Before going to bed each night, Andrew and I brace ourselves for The Hunt. With a bottle of Windex-like liquid and a box of Kleenex, we advance into the bedroom and begin a thorough study of the walls and ceiling of our bedroom. “There’s one!” we begin shouting, and The Hunt is on. “There’s one! It’s there! At the ceiling! It just flew towards me!” The tension is thick enough to cut with a knife. I scream, and scream, and Andrew blasts me in the face with Windex. “Did you get it?” There is desperation and pleading in my voice. “It fell,” Andrew says. “But I can’t find its body.”
Spot it, spray it, squash its writing carcass with a tissue. Lovely. This is our nightly ritual. Sometimes it lasts for just a few minutes; sometimes for an hour or more; sometimes it recurs, again and again, throughout the night. Last night, for example, Andrew engaged in The Hunt for about an hour at midnight, then again at 3:00am. What are we hunting, you might wonder—we’re hunting mosquitoes. Mosquitoes that somehow get into our apartment and bedroom, despite the fact that we have screens on all the windows, and, as far as I know, don’t have any squalid pools of stagnant water lying around.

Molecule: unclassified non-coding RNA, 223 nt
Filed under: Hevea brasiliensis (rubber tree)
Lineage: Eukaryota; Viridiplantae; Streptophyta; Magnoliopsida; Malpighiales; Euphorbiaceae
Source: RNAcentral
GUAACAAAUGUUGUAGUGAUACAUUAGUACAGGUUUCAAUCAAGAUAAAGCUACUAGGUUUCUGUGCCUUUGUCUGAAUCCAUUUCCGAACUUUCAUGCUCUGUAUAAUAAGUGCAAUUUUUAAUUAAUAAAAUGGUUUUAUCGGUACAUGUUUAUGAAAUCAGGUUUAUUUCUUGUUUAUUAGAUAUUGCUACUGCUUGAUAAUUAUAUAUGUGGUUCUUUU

For a while, we thought we had it under control. We bought a big floor fan and have it aimed directly at the bed—this seems to prevent the horrifying, A MOSQUITO IS GOING TO BURROW INTO MY EAR ANY SECOND buzzing that kept us awake night after night a couple of months ago. Now the mosquitoes generally stay away from our ears and concentrate on feasting on any bit of flesh that happens to be exposed.
These blood-suckers are fast, and for some reason furious, and I currently have about five bites on my right knee and calf. Andrew woke a couple of nights ago and flipped a light on, only to see one sucking at my neck like a tiny, flying vampire.
You might think this is simply annoying, but manageable. You’d be wrong. It’s like living inside a nightmare where mosquitoes are dive-bombing and biting you at every turn. It’s awful, and we don’t know how to stop it. The Hunt grows more and more tedious every night.
An aside: the thermometer on Andrew’s desk currently indicates that it’s 106 F outside. This is apparently prime mosquito weather. You’d think we lived in a swampy Southern state, not bone-dry Sacramento.